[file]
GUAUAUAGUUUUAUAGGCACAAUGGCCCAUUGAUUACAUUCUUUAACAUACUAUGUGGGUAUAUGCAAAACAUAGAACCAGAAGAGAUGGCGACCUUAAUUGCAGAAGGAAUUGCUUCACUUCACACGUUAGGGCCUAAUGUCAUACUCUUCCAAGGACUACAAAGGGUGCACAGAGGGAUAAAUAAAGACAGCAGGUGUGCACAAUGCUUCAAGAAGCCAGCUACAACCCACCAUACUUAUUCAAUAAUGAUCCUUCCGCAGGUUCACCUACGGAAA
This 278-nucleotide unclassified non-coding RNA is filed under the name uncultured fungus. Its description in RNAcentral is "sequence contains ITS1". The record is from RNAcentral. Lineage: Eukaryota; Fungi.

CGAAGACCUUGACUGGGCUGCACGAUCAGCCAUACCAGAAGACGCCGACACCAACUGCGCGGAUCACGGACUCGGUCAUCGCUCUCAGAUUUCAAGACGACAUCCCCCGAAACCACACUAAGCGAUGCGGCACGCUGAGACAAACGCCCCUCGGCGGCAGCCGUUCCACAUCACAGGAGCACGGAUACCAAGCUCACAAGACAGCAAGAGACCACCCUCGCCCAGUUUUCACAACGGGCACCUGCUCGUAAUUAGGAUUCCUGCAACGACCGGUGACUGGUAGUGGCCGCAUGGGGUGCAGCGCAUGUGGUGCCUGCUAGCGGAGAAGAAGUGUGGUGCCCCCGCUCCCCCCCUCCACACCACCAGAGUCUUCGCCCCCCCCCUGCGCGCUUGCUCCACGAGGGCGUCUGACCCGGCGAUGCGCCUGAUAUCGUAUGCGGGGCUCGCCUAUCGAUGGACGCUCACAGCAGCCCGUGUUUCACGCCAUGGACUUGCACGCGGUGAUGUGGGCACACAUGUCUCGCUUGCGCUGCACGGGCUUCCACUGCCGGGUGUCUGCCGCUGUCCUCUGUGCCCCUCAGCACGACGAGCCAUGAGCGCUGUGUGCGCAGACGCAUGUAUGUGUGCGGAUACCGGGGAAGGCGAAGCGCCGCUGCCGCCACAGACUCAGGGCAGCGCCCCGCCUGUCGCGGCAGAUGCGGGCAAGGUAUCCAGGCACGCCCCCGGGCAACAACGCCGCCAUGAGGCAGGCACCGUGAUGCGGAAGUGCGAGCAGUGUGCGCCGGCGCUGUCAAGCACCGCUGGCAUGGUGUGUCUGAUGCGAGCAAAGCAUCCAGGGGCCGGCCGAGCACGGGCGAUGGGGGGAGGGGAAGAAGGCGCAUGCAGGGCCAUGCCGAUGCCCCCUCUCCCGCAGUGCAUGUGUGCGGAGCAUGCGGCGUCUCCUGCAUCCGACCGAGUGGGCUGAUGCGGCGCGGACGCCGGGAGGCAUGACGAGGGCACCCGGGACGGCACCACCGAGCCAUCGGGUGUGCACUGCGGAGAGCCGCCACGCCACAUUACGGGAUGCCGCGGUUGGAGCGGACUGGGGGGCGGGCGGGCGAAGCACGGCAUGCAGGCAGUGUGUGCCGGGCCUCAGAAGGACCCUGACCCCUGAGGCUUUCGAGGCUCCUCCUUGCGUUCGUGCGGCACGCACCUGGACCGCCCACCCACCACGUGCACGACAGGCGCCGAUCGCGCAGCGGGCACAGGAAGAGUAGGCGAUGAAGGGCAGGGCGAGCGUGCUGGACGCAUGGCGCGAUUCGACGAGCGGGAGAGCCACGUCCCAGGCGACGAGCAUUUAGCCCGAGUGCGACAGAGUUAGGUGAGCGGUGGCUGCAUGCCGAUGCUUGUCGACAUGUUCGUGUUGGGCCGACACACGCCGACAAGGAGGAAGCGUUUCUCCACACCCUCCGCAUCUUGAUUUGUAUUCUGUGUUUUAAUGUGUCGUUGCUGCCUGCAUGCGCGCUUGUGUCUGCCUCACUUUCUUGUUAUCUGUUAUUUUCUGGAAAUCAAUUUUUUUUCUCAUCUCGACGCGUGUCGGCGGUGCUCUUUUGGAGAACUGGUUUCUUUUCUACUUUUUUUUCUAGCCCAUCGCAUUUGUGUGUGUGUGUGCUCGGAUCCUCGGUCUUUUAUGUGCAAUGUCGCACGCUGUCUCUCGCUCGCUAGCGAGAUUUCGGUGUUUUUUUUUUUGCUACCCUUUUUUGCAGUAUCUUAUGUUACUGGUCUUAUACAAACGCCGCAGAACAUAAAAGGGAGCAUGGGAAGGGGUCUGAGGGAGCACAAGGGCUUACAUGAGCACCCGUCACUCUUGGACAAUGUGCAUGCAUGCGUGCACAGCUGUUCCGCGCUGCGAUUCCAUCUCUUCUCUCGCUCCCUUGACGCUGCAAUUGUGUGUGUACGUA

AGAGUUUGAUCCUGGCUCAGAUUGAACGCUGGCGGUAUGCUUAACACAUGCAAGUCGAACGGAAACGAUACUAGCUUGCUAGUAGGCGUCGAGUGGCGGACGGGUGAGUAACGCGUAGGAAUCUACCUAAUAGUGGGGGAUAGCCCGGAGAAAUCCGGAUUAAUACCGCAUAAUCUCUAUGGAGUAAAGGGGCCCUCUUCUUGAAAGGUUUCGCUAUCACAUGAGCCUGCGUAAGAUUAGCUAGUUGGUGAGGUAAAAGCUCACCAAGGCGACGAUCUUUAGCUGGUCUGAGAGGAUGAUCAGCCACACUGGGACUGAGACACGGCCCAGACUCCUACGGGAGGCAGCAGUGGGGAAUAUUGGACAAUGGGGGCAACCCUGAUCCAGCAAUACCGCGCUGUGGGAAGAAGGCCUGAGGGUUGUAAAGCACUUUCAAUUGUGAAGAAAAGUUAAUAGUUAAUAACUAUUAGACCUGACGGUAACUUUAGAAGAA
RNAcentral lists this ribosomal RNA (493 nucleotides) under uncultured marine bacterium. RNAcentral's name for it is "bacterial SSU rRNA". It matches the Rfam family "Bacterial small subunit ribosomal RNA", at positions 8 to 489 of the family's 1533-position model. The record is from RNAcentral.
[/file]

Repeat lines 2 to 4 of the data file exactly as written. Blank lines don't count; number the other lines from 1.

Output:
This 278-nucleotide unclassified non-coding RNA is filed under the name uncultured fungus. Its description in RNAcentral is "sequence contains ITS1". The record is from RNAcentral. Lineage: Eukaryota; Fungi.

CGAAGACCUUGACUGGGCUGCACGAUCAGCCAUACCAGAAGACGCCGACACCAACUGCGCGGAUCACGGACUCGGUCAUCGCUCUCAGAUUUCAAGACGACAUCCCCCGAAACCACACUAAGCGAUGCGGCACGCUGAGACAAACGCCCCUCGGCGGCAGCCGUUCCACAUCACAGGAGCACGGAUACCAAGCUCACAAGACAGCAAGAGACCACCCUCGCCCAGUUUUCACAACGGGCACCUGCUCGUAAUUAGGAUUCCUGCAACGACCGGUGACUGGUAGUGGCCGCAUGGGGUGCAGCGCAUGUGGUGCCUGCUAGCGGAGAAGAAGUGUGGUGCCCCCGCUCCCCCCCUCCACACCACCAGAGUCUUCGCCCCCCCCCUGCGCGCUUGCUCCACGAGGGCGUCUGACCCGGCGAUGCGCCUGAUAUCGUAUGCGGGGCUCGCCUAUCGAUGGACGCUCACAGCAGCCCGUGUUUCACGCCAUGGACUUGCACGCGGUGAUGUGGGCACACAUGUCUCGCUUGCGCUGCACGGGCUUCCACUGCCGGGUGUCUGCCGCUGUCCUCUGUGCCCCUCAGCACGACGAGCCAUGAGCGCUGUGUGCGCAGACGCAUGUAUGUGUGCGGAUACCGGGGAAGGCGAAGCGCCGCUGCCGCCACAGACUCAGGGCAGCGCCCCGCCUGUCGCGGCAGAUGCGGGCAAGGUAUCCAGGCACGCCCCCGGGCAACAACGCCGCCAUGAGGCAGGCACCGUGAUGCGGAAGUGCGAGCAGUGUGCGCCGGCGCUGUCAAGCACCGCUGGCAUGGUGUGUCUGAUGCGAGCAAAGCAUCCAGGGGCCGGCCGAGCACGGGCGAUGGGGGGAGGGGAAGAAGGCGCAUGCAGGGCCAUGCCGAUGCCCCCUCUCCCGCAGUGCAUGUGUGCGGAGCAUGCGGCGUCUCCUGCAUCCGACCGAGUGGGCUGAUGCGGCGCGGACGCCGGGAGGCAUGACGAGGGCACCCGGGACGGCACCACCGAGCCAUCGGGUGUGCACUGCGGAGAGCCGCCACGCCACAUUACGGGAUGCCGCGGUUGGAGCGGACUGGGGGGCGGGCGGGCGAAGCACGGCAUGCAGGCAGUGUGUGCCGGGCCUCAGAAGGACCCUGACCCCUGAGGCUUUCGAGGCUCCUCCUUGCGUUCGUGCGGCACGCACCUGGACCGCCCACCCACCACGUGCACGACAGGCGCCGAUCGCGCAGCGGGCACAGGAAGAGUAGGCGAUGAAGGGCAGGGCGAGCGUGCUGGACGCAUGGCGCGAUUCGACGAGCGGGAGAGCCACGUCCCAGGCGACGAGCAUUUAGCCCGAGUGCGACAGAGUUAGGUGAGCGGUGGCUGCAUGCCGAUGCUUGUCGACAUGUUCGUGUUGGGCCGACACACGCCGACAAGGAGGAAGCGUUUCUCCACACCCUCCGCAUCUUGAUUUGUAUUCUGUGUUUUAAUGUGUCGUUGCUGCCUGCAUGCGCGCUUGUGUCUGCCUCACUUUCUUGUUAUCUGUUAUUUUCUGGAAAUCAAUUUUUUUUCUCAUCUCGACGCGUGUCGGCGGUGCUCUUUUGGAGAACUGGUUUCUUUUCUACUUUUUUUUCUAGCCCAUCGCAUUUGUGUGUGUGUGUGCUCGGAUCCUCGGUCUUUUAUGUGCAAUGUCGCACGCUGUCUCUCGCUCGCUAGCGAGAUUUCGGUGUUUUUUUUUUUGCUACCCUUUUUUGCAGUAUCUUAUGUUACUGGUCUUAUACAAACGCCGCAGAACAUAAAAGGGAGCAUGGGAAGGGGUCUGAGGGAGCACAAGGGCUUACAUGAGCACCCGUCACUCUUGGACAAUGUGCAUGCAUGCGUGCACAGCUGUUCCGCGCUGCGAUUCCAUCUCUUCUCUCGCUCCCUUGACGCUGCAAUUGUGUGUGUACGUA

AGAGUUUGAUCCUGGCUCAGAUUGAACGCUGGCGGUAUGCUUAACACAUGCAAGUCGAACGGAAACGAUACUAGCUUGCUAGUAGGCGUCGAGUGGCGGACGGGUGAGUAACGCGUAGGAAUCUACCUAAUAGUGGGGGAUAGCCCGGAGAAAUCCGGAUUAAUACCGCAUAAUCUCUAUGGAGUAAAGGGGCCCUCUUCUUGAAAGGUUUCGCUAUCACAUGAGCCUGCGUAAGAUUAGCUAGUUGGUGAGGUAAAAGCUCACCAAGGCGACGAUCUUUAGCUGGUCUGAGAGGAUGAUCAGCCACACUGGGACUGAGACACGGCCCAGACUCCUACGGGAGGCAGCAGUGGGGAAUAUUGGACAAUGGGGGCAACCCUGAUCCAGCAAUACCGCGCUGUGGGAAGAAGGCCUGAGGGUUGUAAAGCACUUUCAAUUGUGAAGAAAAGUUAAUAGUUAAUAACUAUUAGACCUGACGGUAACUUUAGAAGAA